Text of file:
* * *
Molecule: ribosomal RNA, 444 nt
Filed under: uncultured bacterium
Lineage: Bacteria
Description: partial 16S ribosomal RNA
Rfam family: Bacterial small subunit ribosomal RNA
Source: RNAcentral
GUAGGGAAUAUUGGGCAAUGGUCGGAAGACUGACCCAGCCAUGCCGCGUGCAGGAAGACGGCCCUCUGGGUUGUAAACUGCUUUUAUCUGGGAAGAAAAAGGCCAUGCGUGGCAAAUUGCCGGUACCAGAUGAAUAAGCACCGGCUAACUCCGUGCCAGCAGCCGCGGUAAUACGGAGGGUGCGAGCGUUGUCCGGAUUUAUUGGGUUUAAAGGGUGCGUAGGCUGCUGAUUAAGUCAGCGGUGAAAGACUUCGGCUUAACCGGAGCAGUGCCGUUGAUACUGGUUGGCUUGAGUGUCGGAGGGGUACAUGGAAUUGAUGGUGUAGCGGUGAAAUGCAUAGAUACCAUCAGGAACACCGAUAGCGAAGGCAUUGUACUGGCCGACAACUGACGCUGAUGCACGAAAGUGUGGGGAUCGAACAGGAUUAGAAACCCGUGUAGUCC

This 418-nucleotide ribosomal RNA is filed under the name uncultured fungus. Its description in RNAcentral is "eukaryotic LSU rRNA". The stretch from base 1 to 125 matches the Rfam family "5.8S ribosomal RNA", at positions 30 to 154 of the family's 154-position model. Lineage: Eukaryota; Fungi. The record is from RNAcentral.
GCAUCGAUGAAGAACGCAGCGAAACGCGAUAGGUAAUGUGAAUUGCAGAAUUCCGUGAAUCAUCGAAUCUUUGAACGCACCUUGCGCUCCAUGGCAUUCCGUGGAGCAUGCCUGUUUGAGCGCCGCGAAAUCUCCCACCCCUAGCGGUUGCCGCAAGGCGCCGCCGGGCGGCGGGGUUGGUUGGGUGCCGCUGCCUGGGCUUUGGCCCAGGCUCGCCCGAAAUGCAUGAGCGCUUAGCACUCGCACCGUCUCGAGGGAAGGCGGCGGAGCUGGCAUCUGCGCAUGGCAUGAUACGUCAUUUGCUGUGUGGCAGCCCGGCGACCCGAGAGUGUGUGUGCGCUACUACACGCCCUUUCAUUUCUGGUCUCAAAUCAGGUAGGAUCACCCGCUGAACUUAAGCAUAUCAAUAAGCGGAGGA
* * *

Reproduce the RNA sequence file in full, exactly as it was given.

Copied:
Molecule: ribosomal RNA, 444 nt
Filed under: uncultured bacterium
Lineage: Bacteria
Description: partial 16S ribosomal RNA
Rfam family: Bacterial small subunit ribosomal RNA
Source: RNAcentral
GUAGGGAAUAUUGGGCAAUGGUCGGAAGACUGACCCAGCCAUGCCGCGUGCAGGAAGACGGCCCUCUGGGUUGUAAACUGCUUUUAUCUGGGAAGAAAAAGGCCAUGCGUGGCAAAUUGCCGGUACCAGAUGAAUAAGCACCGGCUAACUCCGUGCCAGCAGCCGCGGUAAUACGGAGGGUGCGAGCGUUGUCCGGAUUUAUUGGGUUUAAAGGGUGCGUAGGCUGCUGAUUAAGUCAGCGGUGAAAGACUUCGGCUUAACCGGAGCAGUGCCGUUGAUACUGGUUGGCUUGAGUGUCGGAGGGGUACAUGGAAUUGAUGGUGUAGCGGUGAAAUGCAUAGAUACCAUCAGGAACACCGAUAGCGAAGGCAUUGUACUGGCCGACAACUGACGCUGAUGCACGAAAGUGUGGGGAUCGAACAGGAUUAGAAACCCGUGUAGUCC

This 418-nucleotide ribosomal RNA is filed under the name uncultured fungus. Its description in RNAcentral is "eukaryotic LSU rRNA". The stretch from base 1 to 125 matches the Rfam family "5.8S ribosomal RNA", at positions 30 to 154 of the family's 154-position model. Lineage: Eukaryota; Fungi. The record is from RNAcentral.
GCAUCGAUGAAGAACGCAGCGAAACGCGAUAGGUAAUGUGAAUUGCAGAAUUCCGUGAAUCAUCGAAUCUUUGAACGCACCUUGCGCUCCAUGGCAUUCCGUGGAGCAUGCCUGUUUGAGCGCCGCGAAAUCUCCCACCCCUAGCGGUUGCCGCAAGGCGCCGCCGGGCGGCGGGGUUGGUUGGGUGCCGCUGCCUGGGCUUUGGCCCAGGCUCGCCCGAAAUGCAUGAGCGCUUAGCACUCGCACCGUCUCGAGGGAAGGCGGCGGAGCUGGCAUCUGCGCAUGGCAUGAUACGUCAUUUGCUGUGUGGCAGCCCGGCGACCCGAGAGUGUGUGUGCGCUACUACACGCCCUUUCAUUUCUGGUCUCAAAUCAGGUAGGAUCACCCGCUGAACUUAAGCAUAUCAAUAAGCGGAGGA